The federal exclusionary rule excludes evidence obtained in violation of a person’s Fourth Amendment rights from a criminal prosecution against that person. Many states also have state law-based versions of the rule, barring evidence obtained in violation of their constitution’s search and seizure counterparts to the Fourth Amendment. In a scenario where a student brings a gun to school and it is discovered in an unfounded, random search, the exclusionary rule precludes the gun’s use in a juvenile prosecution against the student. This Note addresses the question of whether the gun should also be suppressed in a resulting school suspension or expulsion proceeding against that same student. It considers not when a student’s constitutional right against search and seizure is violated, but rather what the remedy is for an acknowledged violation. Specifically, it argues that New York courts should apply the state constitution-based exclusionary rule to school disciplinary proceedings and suggests that other states should do the same with their own exclusionary rules.
Exploring Collateral Consequences: Koon v. United States, Third Party Harm, and Departures from Federal Sentencing Guidelines
Ever since Congress passed the Sentencing Reform Act of 1984 (Act), judges have used their powers to correct the perceived unjust effects of the Federal Sentencing Guidelines (Guidelines). One device wielded by the bench is the departure. Written into the Guidelines themselves, the departure gives district court judges discretion to increase or decrease a prescribed sentence for factors enumerated in the Guidelines as well as for factors that, in the view of the sentencing judge, were not fully considered by the authors of the Guidelines. The Supreme Court, in its recent decision in Koon v. United States, affirmed the enduring role departures play in sentencing jurisprudence. Increasing scholarly and judicial attention has focused on departures based on the effects on third parties such as family members. In contrast, judges and scholars have paid less attention to departures based on the effects on third parties such as employees.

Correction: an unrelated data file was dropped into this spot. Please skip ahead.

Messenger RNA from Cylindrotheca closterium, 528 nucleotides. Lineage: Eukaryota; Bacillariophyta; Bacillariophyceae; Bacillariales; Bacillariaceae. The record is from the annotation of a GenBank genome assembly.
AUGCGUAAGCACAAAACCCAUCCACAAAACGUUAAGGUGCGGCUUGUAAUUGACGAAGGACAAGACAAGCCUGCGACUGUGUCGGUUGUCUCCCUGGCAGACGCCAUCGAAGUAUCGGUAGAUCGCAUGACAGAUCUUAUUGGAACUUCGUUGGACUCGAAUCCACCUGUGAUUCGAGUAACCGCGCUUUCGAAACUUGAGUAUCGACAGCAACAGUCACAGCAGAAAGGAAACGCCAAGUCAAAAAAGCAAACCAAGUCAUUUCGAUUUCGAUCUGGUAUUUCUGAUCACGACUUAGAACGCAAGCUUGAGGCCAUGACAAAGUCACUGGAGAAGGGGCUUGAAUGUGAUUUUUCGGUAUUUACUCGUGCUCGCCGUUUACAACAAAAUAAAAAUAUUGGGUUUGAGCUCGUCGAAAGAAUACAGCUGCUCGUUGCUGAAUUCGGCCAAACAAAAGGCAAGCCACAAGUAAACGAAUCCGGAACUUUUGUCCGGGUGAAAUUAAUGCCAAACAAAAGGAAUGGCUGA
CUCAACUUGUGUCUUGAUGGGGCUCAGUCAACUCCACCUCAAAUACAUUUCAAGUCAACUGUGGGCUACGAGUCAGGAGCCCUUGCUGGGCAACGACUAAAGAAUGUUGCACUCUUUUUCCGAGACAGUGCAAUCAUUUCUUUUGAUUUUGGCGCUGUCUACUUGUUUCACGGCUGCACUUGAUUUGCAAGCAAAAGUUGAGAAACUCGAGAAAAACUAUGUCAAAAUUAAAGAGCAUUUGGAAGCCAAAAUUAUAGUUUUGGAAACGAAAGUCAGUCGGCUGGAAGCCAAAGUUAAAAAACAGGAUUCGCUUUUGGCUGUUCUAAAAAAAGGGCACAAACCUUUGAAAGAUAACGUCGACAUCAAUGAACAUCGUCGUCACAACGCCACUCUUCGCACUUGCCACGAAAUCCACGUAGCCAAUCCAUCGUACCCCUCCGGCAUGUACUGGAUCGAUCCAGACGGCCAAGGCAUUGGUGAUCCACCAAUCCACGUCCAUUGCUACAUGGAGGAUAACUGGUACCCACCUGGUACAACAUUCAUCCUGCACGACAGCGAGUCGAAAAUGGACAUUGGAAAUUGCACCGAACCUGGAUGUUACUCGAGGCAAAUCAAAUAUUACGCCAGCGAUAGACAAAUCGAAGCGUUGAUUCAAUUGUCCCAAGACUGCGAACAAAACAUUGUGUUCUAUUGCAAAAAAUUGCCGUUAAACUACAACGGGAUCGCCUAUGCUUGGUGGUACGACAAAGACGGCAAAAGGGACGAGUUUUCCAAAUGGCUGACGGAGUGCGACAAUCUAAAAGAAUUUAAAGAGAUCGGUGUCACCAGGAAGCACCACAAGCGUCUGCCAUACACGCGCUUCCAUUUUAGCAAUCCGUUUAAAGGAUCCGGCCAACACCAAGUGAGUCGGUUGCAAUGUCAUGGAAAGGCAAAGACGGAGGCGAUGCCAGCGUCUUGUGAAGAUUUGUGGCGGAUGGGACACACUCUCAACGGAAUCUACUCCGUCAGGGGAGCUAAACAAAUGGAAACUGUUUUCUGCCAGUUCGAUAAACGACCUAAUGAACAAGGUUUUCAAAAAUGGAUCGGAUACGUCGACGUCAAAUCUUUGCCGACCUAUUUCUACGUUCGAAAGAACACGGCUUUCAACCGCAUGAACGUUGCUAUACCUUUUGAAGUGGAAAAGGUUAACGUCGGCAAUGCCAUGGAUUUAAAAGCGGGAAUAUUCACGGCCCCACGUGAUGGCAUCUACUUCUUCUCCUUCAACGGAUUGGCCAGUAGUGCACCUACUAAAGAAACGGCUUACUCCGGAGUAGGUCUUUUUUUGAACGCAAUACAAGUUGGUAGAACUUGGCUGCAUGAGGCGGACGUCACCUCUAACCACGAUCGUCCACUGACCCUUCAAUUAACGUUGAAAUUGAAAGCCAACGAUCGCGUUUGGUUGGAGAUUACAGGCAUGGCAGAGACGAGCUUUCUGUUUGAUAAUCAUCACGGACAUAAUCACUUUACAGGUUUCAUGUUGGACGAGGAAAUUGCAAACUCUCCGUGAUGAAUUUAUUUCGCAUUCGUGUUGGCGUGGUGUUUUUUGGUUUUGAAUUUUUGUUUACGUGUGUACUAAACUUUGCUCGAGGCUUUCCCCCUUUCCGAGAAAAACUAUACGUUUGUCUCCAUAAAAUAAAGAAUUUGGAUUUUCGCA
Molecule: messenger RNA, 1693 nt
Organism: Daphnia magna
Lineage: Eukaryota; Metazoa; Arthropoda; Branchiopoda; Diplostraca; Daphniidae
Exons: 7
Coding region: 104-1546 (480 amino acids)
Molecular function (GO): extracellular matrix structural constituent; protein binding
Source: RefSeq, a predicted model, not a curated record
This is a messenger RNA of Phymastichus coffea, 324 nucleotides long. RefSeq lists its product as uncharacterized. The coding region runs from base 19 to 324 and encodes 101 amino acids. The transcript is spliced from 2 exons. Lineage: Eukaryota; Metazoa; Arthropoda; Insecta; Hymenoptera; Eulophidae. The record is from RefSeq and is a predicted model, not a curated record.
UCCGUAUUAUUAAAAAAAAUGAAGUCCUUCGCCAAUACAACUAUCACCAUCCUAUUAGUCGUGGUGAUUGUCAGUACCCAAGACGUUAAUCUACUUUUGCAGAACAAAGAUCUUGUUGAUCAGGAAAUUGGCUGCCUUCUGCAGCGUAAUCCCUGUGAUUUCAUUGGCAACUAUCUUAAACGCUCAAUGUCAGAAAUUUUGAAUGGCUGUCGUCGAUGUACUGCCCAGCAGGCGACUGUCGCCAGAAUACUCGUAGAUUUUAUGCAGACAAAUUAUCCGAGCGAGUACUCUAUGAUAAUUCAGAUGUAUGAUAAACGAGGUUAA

Against this background, this Note will explore two questions. The first is whether the third party effects doctrine extends out of the home and into the workplace. The second question this Note addresses involves an unresolved issue in departure jurisprudence identified in Koon. Assuming departures are permissible, when are they justified? At present, no explicit framework exists to help courts to resolve this dilemma.
By failing to prescribe its temporal reach, section 440(d) of the Anti-Terrorism Effective Death Penalty Act (AEDPA) has created confusion for the courts. Does the provision apply to individuals who committed a crime, making them subject to deportation before AEDPA was passed? To individuals who were convicted prior to AEDPA? To those in deportation proceedings when AEDPA was passed? To those who had already applied for section 212(c) waivers when AEDPA was passed?